Five Flavors Herbal Cough Syrup Recipe

There are many ways of creating herbal formulas, whether it’s by a certain ratio, according to herbal actions, or simply the kitchen sink method where you throw every herb you can think of into a mixture.

This herbal cough syrup recipe was inspired by formulating with the TASTE of herbs. I wanted to create an effective syrup that encompassed all five of the tastes in Traditional Chinese Medicine (pungent, salty, sour, bitter, and sweet). It’s commonly believed that a meal isn’t complete unless it has all the flavors, so I thought it would be interesting to apply this to an herbal formula as well.

While western herbalists don’t often talk about the taste of a plant (although this is slowly beginning to change), classifying herbs by their taste is a major foundation of Ayurveda and Traditional Chinese Medicine, two of the largest and oldest living systems of medicine today.

The idea is that, by simply tasting an herb, you can understand the big picture of the ways it could be used. Taste, as well as how you feel after tasting, can also give you insights into the plant’s energetics. Is the plant warming like cayenne? Or cooling like a cucumber? Does the plant restore moisture to the body like aloe? Or is it drying like dandelion’s diuretic qualities?

Evaluating and understanding the taste of an herb is so important that I think it’s one of the most crucial skills an herbalist can have. That’s why I created the Taste of Herbs Flavor Wheel and that my number one online course is all about this subject!

While this is a complex topic with lots of layers, here’s a short summary of the attributes we associate with each taste.

Pungent herbs are warming and spicy and are used to awaken the senses and get things moving. A great example of this is how cayenne (Capsicum annuum) makes you sweat and gets your sinuses running.

Salty herbs are high in minerals and often affect the balance of fluids in our bodies. Plantain (Plantago spp.) is a nutritive herb that can powerfully heal mucous membranes.

Sour herbs stimulate digestion and build strength and they are often high in antioxidants. An example of this is drinking lemon water in the morning. Elderberries are a sour herb that is extremely high in antioxidants.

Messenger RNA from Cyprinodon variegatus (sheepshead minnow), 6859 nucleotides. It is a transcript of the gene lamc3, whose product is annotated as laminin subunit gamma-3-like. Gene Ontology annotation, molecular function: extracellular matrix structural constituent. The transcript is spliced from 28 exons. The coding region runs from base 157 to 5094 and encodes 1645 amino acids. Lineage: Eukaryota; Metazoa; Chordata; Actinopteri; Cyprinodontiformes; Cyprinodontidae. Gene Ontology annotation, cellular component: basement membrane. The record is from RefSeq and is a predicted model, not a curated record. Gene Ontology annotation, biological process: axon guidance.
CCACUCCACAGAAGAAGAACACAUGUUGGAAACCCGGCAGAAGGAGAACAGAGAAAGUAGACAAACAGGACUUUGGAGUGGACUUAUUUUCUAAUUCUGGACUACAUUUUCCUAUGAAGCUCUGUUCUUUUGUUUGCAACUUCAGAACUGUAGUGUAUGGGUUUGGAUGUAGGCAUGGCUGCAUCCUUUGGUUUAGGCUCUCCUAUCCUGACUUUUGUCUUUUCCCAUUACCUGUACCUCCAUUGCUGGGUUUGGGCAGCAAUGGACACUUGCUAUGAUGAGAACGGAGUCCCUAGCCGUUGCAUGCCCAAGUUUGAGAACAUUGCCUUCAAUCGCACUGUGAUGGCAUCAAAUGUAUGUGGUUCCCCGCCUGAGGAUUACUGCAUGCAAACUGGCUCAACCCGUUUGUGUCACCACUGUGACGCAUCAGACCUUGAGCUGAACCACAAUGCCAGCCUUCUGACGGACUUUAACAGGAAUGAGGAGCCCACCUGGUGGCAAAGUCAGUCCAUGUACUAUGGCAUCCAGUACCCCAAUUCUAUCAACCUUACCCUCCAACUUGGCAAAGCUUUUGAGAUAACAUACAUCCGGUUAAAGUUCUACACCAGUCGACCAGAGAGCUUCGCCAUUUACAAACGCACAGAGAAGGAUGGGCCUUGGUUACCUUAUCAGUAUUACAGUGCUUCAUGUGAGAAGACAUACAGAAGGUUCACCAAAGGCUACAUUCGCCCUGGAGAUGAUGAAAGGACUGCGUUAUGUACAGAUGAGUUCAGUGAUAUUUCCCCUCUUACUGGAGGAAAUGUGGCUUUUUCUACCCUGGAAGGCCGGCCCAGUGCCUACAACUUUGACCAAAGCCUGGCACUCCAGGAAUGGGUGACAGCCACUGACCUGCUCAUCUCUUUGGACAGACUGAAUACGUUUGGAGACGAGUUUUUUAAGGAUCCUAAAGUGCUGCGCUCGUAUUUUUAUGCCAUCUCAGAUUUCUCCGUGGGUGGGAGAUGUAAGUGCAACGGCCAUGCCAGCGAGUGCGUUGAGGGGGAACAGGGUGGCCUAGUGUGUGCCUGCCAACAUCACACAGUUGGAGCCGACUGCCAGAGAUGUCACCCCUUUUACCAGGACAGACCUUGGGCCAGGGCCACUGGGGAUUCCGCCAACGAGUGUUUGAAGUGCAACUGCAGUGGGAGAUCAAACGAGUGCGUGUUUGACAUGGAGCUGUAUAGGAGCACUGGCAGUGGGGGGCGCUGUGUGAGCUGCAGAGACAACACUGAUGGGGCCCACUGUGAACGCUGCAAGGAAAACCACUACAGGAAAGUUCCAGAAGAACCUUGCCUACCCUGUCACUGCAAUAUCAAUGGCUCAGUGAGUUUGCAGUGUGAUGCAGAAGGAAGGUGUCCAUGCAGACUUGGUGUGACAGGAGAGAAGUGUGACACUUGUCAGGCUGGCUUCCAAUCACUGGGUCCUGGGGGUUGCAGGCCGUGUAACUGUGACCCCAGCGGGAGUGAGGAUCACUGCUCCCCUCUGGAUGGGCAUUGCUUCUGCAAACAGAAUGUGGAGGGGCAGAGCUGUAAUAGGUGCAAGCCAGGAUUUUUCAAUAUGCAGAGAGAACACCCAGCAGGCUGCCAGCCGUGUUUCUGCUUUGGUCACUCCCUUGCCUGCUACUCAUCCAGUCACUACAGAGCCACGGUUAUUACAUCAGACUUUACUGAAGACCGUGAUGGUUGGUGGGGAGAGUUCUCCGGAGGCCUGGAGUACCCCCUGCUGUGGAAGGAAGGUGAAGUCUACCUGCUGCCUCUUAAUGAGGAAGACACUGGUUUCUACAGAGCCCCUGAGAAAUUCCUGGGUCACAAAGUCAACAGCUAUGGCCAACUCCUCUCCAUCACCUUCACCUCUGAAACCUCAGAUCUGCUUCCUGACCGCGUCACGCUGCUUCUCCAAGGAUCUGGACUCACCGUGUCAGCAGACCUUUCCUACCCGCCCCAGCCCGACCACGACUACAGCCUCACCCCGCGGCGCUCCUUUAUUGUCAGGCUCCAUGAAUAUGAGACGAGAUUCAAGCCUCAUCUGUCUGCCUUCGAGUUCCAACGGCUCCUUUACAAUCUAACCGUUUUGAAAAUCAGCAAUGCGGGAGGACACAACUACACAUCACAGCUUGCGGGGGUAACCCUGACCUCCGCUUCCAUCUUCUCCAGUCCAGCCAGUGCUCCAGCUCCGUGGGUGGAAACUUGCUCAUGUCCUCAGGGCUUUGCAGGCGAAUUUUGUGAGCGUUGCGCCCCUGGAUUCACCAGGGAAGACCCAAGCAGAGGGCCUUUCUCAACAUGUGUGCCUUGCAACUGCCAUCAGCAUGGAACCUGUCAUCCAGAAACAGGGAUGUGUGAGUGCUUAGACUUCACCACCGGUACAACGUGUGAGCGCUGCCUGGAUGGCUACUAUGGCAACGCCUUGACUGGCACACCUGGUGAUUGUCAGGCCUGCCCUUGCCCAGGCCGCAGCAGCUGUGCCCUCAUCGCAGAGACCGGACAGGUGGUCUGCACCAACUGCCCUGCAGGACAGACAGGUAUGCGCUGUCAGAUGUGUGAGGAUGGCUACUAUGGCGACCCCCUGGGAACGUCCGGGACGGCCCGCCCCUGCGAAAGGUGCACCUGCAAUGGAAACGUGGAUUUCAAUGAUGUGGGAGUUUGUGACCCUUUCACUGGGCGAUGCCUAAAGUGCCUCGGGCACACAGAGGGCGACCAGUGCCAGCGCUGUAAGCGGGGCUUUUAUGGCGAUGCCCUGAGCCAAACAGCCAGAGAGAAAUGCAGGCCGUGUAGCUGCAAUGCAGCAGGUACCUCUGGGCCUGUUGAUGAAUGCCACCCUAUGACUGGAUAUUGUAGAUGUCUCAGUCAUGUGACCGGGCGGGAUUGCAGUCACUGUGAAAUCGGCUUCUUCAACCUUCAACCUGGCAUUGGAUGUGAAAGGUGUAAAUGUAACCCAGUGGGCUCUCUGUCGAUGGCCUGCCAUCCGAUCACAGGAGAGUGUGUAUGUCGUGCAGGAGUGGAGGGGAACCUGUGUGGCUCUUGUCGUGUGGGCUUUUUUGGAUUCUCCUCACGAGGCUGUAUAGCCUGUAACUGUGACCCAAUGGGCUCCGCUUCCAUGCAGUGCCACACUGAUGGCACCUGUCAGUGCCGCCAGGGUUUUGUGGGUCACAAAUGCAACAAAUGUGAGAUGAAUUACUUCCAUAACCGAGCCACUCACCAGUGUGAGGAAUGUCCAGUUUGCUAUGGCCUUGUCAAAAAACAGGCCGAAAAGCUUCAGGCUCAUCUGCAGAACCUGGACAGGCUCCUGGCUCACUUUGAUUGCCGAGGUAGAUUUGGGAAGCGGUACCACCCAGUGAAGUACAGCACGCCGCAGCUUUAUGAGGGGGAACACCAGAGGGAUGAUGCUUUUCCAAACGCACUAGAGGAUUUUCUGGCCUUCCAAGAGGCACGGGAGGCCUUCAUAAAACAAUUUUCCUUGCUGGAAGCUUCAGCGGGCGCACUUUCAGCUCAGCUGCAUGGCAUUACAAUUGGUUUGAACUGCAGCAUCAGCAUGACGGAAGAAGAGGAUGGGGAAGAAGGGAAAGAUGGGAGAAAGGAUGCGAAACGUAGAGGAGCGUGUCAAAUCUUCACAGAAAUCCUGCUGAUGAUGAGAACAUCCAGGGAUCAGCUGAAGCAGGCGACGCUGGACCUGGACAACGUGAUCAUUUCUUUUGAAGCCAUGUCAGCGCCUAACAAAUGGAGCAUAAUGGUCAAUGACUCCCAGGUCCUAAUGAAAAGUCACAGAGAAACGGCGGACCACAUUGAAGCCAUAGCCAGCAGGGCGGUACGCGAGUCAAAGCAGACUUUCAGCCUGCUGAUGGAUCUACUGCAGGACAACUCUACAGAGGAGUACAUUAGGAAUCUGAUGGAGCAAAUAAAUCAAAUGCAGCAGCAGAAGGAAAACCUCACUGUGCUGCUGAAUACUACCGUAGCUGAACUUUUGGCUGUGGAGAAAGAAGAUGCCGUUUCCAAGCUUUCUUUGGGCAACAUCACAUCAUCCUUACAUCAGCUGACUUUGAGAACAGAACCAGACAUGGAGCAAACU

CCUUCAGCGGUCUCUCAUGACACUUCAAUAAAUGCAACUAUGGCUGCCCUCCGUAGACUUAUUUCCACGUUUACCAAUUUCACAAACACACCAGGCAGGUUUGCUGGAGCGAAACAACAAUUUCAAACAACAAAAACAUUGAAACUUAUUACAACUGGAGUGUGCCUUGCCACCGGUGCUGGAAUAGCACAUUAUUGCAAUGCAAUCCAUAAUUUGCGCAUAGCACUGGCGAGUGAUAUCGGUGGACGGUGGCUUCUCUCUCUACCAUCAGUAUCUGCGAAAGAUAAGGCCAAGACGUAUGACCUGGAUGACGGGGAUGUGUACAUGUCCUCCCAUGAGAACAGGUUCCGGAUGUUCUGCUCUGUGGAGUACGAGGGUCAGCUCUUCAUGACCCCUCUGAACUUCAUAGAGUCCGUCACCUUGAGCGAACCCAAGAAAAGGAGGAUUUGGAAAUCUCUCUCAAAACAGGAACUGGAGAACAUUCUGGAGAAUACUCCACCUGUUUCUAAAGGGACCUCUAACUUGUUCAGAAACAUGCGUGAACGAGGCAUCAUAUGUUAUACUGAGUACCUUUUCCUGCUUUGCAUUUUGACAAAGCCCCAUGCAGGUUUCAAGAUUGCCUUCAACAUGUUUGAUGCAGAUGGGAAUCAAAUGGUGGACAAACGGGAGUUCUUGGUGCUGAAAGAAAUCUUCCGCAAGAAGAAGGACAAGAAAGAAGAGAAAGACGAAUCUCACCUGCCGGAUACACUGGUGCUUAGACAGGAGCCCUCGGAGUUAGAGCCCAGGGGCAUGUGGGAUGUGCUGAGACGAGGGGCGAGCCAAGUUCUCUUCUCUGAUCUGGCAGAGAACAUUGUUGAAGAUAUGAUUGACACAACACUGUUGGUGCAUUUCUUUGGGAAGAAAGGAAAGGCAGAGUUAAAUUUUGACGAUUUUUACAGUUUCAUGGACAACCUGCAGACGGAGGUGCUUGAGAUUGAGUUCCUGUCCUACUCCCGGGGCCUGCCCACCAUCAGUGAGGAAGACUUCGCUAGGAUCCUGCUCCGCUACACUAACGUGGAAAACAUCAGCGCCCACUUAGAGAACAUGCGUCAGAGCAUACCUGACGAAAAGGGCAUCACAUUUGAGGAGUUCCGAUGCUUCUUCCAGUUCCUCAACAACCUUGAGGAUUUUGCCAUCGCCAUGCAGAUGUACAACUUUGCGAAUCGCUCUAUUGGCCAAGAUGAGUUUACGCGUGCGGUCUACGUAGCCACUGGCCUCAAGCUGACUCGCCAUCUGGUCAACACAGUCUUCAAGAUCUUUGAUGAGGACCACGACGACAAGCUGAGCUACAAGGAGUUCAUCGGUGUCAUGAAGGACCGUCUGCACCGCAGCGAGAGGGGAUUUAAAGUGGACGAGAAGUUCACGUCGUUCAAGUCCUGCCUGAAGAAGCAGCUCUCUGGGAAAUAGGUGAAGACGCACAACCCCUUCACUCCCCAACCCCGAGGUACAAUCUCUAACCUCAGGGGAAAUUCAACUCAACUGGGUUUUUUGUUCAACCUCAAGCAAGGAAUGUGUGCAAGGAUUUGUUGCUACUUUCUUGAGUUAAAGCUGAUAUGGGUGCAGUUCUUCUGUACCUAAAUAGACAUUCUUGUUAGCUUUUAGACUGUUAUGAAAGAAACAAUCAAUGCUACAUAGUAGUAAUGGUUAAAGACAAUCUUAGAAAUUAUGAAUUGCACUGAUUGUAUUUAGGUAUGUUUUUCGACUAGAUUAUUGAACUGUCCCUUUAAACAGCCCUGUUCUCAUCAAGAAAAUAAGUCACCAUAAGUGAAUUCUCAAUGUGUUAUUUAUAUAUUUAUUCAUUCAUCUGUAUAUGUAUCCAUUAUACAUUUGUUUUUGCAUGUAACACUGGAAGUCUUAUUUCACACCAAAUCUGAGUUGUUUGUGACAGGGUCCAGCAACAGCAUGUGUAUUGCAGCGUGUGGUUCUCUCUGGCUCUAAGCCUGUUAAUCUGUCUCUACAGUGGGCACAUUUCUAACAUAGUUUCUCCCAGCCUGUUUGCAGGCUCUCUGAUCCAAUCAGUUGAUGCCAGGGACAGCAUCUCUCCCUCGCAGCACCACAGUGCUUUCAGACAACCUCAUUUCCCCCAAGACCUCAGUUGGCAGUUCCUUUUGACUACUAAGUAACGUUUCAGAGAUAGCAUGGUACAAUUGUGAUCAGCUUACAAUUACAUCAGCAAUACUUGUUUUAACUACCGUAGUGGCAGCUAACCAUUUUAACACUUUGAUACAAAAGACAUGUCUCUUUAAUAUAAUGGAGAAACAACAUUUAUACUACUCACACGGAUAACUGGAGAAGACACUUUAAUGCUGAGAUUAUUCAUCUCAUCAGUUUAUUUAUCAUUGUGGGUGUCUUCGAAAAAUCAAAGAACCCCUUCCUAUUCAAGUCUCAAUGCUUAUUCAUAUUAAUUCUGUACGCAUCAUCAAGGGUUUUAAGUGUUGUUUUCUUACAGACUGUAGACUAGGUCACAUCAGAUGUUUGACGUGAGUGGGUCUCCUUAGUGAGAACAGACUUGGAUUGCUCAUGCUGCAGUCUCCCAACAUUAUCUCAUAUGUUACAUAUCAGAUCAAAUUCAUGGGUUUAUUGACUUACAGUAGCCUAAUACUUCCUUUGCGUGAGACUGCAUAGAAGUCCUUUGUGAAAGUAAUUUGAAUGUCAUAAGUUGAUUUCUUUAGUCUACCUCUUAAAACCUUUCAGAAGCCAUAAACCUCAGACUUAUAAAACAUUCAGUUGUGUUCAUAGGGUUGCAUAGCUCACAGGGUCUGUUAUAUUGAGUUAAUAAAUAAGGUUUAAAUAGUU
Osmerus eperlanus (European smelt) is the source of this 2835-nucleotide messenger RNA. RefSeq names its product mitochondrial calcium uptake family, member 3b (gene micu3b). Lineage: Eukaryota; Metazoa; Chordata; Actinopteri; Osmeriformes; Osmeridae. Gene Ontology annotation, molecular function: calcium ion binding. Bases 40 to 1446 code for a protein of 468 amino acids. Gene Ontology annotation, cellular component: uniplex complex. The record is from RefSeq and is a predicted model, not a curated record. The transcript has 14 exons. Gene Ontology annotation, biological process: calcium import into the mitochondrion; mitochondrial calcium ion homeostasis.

Bitter herbs stimulate digestion and often have a cooling and draining effect that can help to modulate inflammation. An example of this is Oregon grape root (Mahonia spp.) which stimulates digestion and modulates inflammation.

Sweet herbs nourish and build and are used to restore energy levels and modulate the immune system. Drinking astragalus chai daily is a great way to experience this effect.

Now let’s take a closer look at the herbs in this herbal cough syrup recipe as well as their tastes.

Herbal Cough Syrup Recipe

Elderberry (Sambucus nigra, S. cerulea, S. canadensis) – Sour

Elderberries are really high in antioxidants and are commonly used to shorten the duration of a cold or flu. In one study, people with the flu who took elderberry had their symptoms relieved four days earlier than those taking a placebo.1 Like most fruits, elderberries are classified as having a sour taste.

Herbal Cough Syrup Recipe

Elecampane (Inula helenium) – Bitter & Pungent

Elecampane is a beautiful plant that can easily grow to six feet tall. It’s covered with bright yellow flowers that bees love. Herbalists use the root of this plant and it has both a decidedly bitter and pungent taste with a hint of sweetness (due to its high inulin content). Elecampane is famous for strengthening the lungs and is especially used for congested coughs.

Herbal Cough Syrup Recipe

Plantain (Plantago major, P. lanceolata, P. rugelii, P. rhodosperma, P. virginica) – Salty

If you tasted a fresh leaf of plantain, you wouldn’t think it tasted salty but, apart from the mild bitterness of the leaves, it has a hard mineral taste that is due to the high mineral content (similar to kale). Plantain is a fantastic herb for general coughs and it excels at soothing irritated mucous membranes such as the throat and lungs.

Herbal Cough Syrup Recipe

Honey – Sweet

Rounding out the ingredients for our herbal cough syrup recipe is honey. Besides the wonderful sweet taste that makes this blend more palatable, honey is high in enzymes that are believed to stimulate the immune system. It’s also a mild expectorant and has been shown to be a safe and effective way to address children’s coughs.2 For this recipe I recommend using local honey from a beekeeper as this will ensure the best quality. If you plan on using this recipe for a child under two, use an alternative sweetener.

Herbal Cough Syrup Recipe

Five Flavors Herbal Cough Syrup Recipe